And yet it does. Navarra Novy-Williams rolls across the stage, out of her unbuttoned white shirt, under which there is a blue shirt, and then rolls out of the blue shirt, under which there is another white shirt. Denisa Musilova tracks her movements, close by, perhaps even initiating them, her steps and Navarra’s rolling hard-synched, while upstage, Sara Gurevich tracks them both, more frenetically. The process of disrobing and tracking iterates, until Navarra has rolled everything off except her own clothes.
A body adorned with costumes--these colors signify characters--becomes a body that is uniquely itself. We strip the character out of the player and then the playing stops. Mark reminds us that this work is made of real people with real stories; that myth, narrative, opera, all targets for his grinding up and subsequent reassembly, are themselves the fixed forms into which we pour our own ideas, not the other way around.
Orpheus Unsung is a work about words from which all words have been excised. Based on and composed from a text, moving across physical space in the ways that language moves, it derives its power from work that words are tasked with performing but that movement, costume, image, and sound are challenged to do, charged with doing, representing and signifying in a spider’s web, inhabiting an idea but never fully containing it. This is what the music does, Steven Mackey’s extraordinary counterpoint and color built out of looping, alternate tuning, and an orchestral approach to the guitar, and Jason Treuting’s physiological lock into these complex rhythmic strata ranging from whisper to roar.
This is what white and blue shirts, purchased earlier from the Salvation Army store, are doing. Eurydice is white and Orpheus is blue, that much we know, but when three dancers share two garments, one of each color, in the wedding scene, what are we seeing? As they move each others’ bodies, folded together, entangled, who is doing the positioning and who is being positioned? Which body? Or which character, or which human being standing in the Baryshnikov Arts Center on a particular evening in March, taking direction?
This work meditates on the failings of words by asking mute languages to speak. We can read Ovid’s “thin story,” as Mark describes its length, but also perhaps the quality of its veiling, and understand the operations. Orpheus Unsung offers us those operations but takes up their subsequent embodiment, in culture, as a living text, a co-author. Then it radically dismantles this text, subverts every co-author who has ever played Orpheus one-to-one: a character, a costume, an actor linked to particular deeds, particular words. Here Eurydice and Orpheus are free radicals, energies that sound and bodies conjure but never ground.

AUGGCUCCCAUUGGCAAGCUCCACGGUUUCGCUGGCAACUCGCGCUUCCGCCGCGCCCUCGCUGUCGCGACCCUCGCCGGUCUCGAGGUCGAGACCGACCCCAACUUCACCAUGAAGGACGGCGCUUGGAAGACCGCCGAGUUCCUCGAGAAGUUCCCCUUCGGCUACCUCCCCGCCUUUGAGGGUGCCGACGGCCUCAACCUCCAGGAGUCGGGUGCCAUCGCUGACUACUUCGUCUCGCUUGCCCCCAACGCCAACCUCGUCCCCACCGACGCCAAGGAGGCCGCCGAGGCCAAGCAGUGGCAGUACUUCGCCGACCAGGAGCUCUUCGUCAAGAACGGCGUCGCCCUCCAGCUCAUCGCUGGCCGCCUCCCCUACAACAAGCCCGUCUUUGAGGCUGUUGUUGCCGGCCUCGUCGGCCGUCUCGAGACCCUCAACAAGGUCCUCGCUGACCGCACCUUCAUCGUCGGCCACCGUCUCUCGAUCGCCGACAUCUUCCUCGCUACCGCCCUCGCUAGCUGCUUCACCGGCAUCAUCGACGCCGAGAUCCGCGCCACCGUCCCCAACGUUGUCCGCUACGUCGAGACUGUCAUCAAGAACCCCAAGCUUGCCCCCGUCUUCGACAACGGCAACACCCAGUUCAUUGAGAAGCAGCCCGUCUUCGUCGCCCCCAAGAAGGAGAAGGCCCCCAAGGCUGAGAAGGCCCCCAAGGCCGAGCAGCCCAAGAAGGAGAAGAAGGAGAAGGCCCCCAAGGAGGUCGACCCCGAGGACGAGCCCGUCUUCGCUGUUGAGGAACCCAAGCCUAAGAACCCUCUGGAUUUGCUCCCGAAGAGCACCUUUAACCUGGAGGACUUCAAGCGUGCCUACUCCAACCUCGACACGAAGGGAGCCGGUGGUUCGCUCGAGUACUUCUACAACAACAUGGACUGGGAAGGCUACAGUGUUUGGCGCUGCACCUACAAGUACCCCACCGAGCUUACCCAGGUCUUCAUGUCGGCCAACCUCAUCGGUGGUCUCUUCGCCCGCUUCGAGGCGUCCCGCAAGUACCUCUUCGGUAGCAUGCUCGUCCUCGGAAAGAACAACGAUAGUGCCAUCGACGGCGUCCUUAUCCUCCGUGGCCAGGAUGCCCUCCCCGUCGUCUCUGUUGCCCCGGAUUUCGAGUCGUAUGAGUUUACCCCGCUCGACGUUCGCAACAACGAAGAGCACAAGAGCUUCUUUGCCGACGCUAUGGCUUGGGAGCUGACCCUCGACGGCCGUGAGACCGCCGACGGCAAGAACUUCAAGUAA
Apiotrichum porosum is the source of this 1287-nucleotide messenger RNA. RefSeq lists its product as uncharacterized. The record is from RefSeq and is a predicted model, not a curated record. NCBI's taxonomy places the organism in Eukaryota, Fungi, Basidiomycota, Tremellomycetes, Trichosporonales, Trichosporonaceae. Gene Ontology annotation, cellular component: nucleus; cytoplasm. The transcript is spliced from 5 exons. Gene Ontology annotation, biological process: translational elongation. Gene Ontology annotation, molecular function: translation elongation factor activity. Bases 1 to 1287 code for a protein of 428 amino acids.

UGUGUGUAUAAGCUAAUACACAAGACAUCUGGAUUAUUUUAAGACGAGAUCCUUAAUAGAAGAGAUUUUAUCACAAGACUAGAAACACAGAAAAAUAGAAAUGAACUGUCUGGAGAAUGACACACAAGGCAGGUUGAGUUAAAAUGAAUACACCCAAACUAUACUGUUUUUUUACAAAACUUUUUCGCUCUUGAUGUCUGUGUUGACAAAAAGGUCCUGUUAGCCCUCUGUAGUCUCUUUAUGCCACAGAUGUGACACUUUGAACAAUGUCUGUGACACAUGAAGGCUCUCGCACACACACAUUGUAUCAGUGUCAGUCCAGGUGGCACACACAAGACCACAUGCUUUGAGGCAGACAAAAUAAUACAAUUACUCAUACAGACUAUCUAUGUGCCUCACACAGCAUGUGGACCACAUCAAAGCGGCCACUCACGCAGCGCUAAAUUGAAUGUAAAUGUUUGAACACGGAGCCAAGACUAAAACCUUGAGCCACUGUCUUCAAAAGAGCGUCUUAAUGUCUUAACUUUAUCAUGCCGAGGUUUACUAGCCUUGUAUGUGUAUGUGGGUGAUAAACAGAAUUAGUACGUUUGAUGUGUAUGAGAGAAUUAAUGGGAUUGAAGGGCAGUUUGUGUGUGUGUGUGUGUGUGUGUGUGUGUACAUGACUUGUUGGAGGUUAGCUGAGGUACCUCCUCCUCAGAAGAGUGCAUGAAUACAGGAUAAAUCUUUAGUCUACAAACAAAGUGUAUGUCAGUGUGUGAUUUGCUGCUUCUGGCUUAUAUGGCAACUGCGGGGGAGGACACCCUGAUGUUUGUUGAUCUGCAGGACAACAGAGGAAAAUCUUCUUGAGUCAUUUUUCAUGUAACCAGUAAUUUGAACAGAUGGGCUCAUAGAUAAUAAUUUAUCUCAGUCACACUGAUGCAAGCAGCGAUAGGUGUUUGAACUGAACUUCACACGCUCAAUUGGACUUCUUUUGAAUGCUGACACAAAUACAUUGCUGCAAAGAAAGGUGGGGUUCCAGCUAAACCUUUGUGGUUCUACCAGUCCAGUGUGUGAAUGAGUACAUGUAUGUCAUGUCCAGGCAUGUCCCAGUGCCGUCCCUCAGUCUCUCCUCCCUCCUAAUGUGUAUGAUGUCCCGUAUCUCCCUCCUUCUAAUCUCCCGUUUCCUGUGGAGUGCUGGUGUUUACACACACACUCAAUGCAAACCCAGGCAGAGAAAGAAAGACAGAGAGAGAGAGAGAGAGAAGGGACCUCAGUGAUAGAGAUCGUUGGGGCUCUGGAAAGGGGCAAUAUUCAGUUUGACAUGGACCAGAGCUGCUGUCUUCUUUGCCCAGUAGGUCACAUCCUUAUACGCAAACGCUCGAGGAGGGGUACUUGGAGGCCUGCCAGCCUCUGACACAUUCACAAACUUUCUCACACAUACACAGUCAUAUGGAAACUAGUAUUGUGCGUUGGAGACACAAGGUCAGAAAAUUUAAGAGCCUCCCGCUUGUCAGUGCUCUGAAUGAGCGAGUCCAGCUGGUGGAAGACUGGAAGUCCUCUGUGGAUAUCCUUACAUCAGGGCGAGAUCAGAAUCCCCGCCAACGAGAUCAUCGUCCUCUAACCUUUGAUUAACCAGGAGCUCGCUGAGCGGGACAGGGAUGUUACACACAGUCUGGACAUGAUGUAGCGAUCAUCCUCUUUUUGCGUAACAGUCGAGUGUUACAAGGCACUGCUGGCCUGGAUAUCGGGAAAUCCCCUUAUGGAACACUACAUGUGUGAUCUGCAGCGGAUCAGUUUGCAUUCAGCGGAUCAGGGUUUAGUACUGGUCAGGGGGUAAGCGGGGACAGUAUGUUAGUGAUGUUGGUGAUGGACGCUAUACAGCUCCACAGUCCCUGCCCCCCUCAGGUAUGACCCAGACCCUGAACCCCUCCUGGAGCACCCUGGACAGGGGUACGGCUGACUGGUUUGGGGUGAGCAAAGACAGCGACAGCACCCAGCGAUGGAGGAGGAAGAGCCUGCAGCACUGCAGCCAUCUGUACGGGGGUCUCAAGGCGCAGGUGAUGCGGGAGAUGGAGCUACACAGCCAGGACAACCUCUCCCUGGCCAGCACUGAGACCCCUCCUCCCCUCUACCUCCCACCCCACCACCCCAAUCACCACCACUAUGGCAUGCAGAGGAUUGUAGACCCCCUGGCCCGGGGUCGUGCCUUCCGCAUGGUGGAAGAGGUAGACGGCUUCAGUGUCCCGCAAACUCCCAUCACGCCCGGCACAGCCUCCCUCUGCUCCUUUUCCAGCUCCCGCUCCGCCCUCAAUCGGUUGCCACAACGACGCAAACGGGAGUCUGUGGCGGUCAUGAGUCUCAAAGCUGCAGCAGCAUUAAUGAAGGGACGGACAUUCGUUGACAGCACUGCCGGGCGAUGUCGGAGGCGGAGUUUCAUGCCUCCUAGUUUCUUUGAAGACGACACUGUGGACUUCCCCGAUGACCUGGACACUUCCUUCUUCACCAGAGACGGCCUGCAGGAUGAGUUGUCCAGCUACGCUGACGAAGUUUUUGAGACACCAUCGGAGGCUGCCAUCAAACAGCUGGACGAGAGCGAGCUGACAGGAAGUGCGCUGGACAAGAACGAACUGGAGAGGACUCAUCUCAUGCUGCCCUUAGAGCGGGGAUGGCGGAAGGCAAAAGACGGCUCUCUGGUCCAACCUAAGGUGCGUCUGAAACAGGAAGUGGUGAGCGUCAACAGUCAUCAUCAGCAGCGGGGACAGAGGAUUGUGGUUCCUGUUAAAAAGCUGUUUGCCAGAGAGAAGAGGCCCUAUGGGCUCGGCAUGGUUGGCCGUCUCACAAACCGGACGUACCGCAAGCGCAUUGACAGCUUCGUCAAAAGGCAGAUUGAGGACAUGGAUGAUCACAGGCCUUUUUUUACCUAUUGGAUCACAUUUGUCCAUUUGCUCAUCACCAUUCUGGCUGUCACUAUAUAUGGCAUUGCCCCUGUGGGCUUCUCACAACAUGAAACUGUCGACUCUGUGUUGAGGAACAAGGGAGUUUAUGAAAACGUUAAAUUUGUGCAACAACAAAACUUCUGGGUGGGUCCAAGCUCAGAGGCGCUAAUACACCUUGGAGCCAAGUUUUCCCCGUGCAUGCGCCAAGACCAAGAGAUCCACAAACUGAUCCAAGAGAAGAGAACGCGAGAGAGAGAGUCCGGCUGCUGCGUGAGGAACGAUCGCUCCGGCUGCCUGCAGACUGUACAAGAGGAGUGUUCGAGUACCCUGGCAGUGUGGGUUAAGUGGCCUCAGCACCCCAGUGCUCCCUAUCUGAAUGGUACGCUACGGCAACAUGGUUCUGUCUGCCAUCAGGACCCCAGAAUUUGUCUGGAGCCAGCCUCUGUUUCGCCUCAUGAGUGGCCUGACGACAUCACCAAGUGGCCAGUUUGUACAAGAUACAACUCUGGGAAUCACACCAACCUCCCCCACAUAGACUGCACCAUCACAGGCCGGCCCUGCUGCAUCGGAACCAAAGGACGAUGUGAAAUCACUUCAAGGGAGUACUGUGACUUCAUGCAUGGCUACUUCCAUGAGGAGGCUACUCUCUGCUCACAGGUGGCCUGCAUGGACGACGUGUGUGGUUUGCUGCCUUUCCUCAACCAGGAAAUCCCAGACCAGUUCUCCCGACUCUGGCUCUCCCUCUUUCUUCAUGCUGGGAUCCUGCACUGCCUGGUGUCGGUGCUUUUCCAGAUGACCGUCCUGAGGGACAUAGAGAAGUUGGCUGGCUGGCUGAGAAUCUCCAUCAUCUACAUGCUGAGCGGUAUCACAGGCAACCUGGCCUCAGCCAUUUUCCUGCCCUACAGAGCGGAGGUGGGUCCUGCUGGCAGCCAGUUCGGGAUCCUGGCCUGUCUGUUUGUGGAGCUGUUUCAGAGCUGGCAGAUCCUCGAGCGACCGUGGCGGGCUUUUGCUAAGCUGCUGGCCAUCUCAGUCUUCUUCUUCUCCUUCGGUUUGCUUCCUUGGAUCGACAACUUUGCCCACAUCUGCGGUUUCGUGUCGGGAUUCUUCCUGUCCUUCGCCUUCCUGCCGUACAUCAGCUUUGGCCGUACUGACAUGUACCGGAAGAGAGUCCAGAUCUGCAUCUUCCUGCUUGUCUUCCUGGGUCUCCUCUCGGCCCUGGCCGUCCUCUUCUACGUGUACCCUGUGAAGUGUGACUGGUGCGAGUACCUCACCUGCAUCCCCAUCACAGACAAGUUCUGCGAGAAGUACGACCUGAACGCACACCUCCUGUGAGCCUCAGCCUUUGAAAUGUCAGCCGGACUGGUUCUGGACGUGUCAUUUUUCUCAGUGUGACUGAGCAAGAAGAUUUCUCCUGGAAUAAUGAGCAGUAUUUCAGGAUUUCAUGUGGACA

This lightness is palpable in the room, a real space inhabited by real bodies but brought into weightlessness by the building of collaborative community, the “innocent place” Mark describes, “where everyone is your friend.”
“Everyone,” he continues, “needs to feel like they’re in a space that honors them.” In honoring these bodies we honor the story, in a sense, but also the process of making a story, a vessel into which we might discard our costumes, becoming free to inhabit our given space in our own clothes.
Andrea Mazzariello is a composer, performer, writer, and teacher. His work borrows from both popular and art music approaches, and obsesses over technological intervention, instrumental technique, and the power of language. So Percussion, NOW Ensemble, Newspeak, and many others have performed his concert music. He’s played shows at venues like the Knitting Factory, the Princeton Record Exchange, Galapagos, and Cakeshop. The Queens New Music Festival, Make Music New York, and the Wassaic Festival have presented his songs and spoken word. Active as an educator, he’s taught at Princeton University, Ramapo College of New Jersey, and the So Percussion Summer Institute. He’s currently Visiting Professor of Music at Carleton College, where he teaches composition, music technology, and music fundamentals.
Apr 9, 2015
New York–based artist Maya Ciarrocchi has created videos and projection design for Merce Cunningham, Ping Chong, Bebe Miller, and Donna Uchizono, among others, as well as for regional theaters around the country. Most recently, she designed the video projections for Carmen de Lavallade ‘s one-woman show, “As I Remember It” at Baryshnikov Arts Center.